Max: The Curse of Brotherhood is a puzzle-platformer that is actually just over four years old now; it originally released in 2013 on other consoles as a sequel to Max & The Magic Marker (a Wiiware and Nintendo DS title). Now the game has made it onto the Switch, no doubt hoping to sit amongst the numerous success stories we’ve been seeing for indie developers on the eShop. Can it perch itself proudly amongst the stars of the show, then, or have these last few years been unkind to it? Let’s have a look.

The game opens with a beautifully animated (almost Pixar standard) cutscene where Max becomes exasperated at his younger brother, Felix. Using the search engine ‘Giggle’ for some advice, Max stumbles across a chant of sorts that he reads aloud, accidentally getting his brother stolen through a magical portal in the process. Jumping straight in to save him, Max finds himself in a strange world full of platforms, puzzles and enemies to fight his way through.

Split across several chapters, you’ll be facing all of these gameplay elements within themed worlds; the usual forest and lava-type levels are all present here, as well some occasional, less commonly used ideas that really shine when encountered. As well as the standard jumping up and over platforms, you’ll also come across a number of chase sequences throughout your adventure. The difficulty of these moments never becomes a mighty, daunting challenge, but they will definitely cause several deaths and introduce a welcome bit of intensity when they arrive.

The best part by far, however, and the mechanic that the entire game revolves around, is the way in which you must use a magic marker pen to solve puzzles. The pen will unlock various abilities as you reach new chapters, essentially allowing you to interact with scenery in a new (but similar) way each time. Starting from specific points on the screen indicated by set colours, you can use the marker to draw shapes with branches or vines for travelling, or even raise platforms and create gushes of water to propel yourself or objects around. The creativity isn’t fully free – you can’t just draw any shape anywhere – but the puzzles allow enough wiggle room for them to be a lot of fun.

Despite being limited to a just a handful of abilities, the puzzles are always a little different to before; you’ll never see the same piece of scenery or puzzle layout twice. Each one arrives at just the right time, too; just as you are in danger of getting slightly bored, a new way to solve puzzles will unlock. This welcome pacing remains throughout, and with a very generous frequency of save points the supposedly dramatic action can actually feel quite calm and relaxed. It may not have been the developer’s intention, but we actually enjoyed this gentler approach – the puzzles, and taking the time to figure them out, work much better when you know you won’t have to keep repeating things if you mess up.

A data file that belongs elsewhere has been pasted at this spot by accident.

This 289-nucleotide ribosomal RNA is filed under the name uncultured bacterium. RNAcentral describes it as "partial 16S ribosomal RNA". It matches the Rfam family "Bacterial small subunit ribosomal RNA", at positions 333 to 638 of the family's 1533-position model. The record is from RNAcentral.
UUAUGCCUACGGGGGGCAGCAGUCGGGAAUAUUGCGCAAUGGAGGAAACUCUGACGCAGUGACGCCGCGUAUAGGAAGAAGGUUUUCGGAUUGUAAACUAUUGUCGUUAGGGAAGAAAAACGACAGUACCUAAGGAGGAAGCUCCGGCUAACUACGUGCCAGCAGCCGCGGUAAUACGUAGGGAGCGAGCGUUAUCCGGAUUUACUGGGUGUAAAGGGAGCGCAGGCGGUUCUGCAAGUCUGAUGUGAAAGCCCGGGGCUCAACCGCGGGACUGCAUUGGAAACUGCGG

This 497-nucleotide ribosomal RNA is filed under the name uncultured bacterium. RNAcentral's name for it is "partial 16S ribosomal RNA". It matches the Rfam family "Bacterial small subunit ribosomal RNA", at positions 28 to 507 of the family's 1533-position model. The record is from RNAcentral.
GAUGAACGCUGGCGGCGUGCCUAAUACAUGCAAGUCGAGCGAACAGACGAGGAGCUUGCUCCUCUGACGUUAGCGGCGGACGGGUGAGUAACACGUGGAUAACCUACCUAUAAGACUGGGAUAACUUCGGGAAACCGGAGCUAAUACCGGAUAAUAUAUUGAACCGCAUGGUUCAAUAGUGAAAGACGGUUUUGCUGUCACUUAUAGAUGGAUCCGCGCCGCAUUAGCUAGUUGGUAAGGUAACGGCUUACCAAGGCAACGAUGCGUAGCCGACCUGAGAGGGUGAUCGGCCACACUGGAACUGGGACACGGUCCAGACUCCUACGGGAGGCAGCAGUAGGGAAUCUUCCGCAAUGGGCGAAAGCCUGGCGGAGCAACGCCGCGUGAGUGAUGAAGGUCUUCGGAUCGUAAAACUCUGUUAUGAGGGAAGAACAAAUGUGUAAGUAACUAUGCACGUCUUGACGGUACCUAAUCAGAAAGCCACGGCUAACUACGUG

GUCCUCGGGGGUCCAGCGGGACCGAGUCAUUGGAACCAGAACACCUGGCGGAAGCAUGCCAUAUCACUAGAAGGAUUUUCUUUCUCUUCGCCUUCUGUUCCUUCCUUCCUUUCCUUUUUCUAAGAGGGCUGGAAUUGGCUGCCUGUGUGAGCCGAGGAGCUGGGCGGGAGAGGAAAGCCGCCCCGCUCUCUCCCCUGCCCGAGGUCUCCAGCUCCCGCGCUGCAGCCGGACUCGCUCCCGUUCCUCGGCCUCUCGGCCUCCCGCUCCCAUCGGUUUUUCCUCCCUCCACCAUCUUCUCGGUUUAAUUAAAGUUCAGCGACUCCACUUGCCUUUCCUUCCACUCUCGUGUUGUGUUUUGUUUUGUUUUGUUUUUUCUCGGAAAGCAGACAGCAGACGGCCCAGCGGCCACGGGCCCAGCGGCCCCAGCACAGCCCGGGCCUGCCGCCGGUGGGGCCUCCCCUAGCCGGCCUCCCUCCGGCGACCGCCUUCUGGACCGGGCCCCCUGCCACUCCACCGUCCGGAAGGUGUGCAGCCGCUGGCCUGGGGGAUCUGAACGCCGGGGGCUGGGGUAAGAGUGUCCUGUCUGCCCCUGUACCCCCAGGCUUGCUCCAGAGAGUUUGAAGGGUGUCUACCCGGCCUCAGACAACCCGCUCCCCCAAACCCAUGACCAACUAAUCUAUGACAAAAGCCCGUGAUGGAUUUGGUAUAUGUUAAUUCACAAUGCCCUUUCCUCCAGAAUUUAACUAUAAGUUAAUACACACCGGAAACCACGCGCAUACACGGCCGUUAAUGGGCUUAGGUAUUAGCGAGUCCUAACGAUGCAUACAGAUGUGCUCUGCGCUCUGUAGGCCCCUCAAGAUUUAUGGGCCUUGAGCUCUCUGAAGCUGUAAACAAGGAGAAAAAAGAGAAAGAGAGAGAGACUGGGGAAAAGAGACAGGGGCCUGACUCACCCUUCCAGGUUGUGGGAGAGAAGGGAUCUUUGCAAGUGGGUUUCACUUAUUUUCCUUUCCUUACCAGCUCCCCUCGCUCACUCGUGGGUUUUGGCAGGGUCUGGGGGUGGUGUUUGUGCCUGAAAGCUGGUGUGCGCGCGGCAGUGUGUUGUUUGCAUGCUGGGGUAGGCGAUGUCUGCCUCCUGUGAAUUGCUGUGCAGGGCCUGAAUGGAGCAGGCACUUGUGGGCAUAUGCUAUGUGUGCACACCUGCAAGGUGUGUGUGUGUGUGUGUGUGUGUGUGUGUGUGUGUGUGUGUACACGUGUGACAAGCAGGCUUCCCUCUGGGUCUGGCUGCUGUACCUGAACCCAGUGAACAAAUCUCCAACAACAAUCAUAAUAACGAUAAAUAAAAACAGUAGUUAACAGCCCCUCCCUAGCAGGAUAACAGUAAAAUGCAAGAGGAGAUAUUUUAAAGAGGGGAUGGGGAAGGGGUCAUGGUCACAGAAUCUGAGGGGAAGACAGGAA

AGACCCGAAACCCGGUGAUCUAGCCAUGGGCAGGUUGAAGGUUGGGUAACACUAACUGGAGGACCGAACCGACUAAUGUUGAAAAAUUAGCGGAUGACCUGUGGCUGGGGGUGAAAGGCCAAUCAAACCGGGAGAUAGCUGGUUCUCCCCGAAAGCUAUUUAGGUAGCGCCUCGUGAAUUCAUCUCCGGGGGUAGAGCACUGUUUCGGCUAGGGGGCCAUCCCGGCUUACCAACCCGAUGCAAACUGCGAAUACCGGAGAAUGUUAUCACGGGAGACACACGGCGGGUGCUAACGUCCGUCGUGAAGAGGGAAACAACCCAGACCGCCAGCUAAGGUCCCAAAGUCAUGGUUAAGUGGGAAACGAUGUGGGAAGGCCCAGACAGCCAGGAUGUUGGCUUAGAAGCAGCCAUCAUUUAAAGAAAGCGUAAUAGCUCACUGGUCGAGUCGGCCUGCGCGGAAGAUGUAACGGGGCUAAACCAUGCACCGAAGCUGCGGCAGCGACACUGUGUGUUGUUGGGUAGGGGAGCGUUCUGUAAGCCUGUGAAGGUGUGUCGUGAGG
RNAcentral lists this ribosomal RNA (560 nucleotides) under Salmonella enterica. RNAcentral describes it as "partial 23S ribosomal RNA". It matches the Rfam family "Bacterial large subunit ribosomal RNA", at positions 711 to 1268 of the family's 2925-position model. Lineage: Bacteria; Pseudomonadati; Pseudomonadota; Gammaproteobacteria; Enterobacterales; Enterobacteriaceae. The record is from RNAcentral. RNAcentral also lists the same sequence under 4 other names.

Thanks to the nature of the Switch, if you choose to play the game in Handheld mode you will be able to use the touchscreen to draw with your finger. Or, if you prefer, you can use a combination of the left stick, right trigger and face buttons on any controller setup you like. Both methods work just fine, although we’d argue that playing with a controller in your hands feels slightly more precise. Dragging the marker around the screen with a control stick isn’t really any slower than using your finger and, in fact, using your finger means that your hand will sometimes be in the way of where you are drawing. We’d also recommend playing on a TV if you can as there are times when the camera pans out to particularly wide shots – it isn’t awful in Handheld mode, but this was a game designed for traditional home consoles and that becomes particular apparent in times like this.

The art of each world you visit, and especially the animation of the game’s cutscenes as we mentioned earlier, are lovely at times. The performance of the game on the whole isn’t quite as strong as it would be in an ideal world, though; you’ll notice a lot of blurry edges, blurry backgrounds, and moments where everything just needs half a second to catch up. This never impacts the playability of the puzzles or causes any level of frustration - it just prevents it from being a truly top-quality package. Essentially, the puzzles and the interaction with the scenery are the things that will win you over here; any visual resolution woes are mostly forgotten. 

Conclusion

Max: Curse of the Brotherhood uses a wonderfully implemented drawing mechanic to solve puzzles that can often feel familiar, but are usually just about different enough to remain fun and fresh. The platforming, chase sequences, and even the final boss won’t put up too much of a fight against you in the seven-or-so hour campaign, but you may find yourself occasionally stumped by the odd puzzle that strays from the norm.

It isn’t quite perfect, and there are several small areas where we feel the game could be improved, but ultimately we had a great time playing through the adventure and enjoyed the core mechanic. It can’t quite compete with the true elites of its genres but it is definitely a welcome addition to the eShop - if you love the puzzle-platform genre and want to add another game to your collection, this wouldn’t be a bad place to start.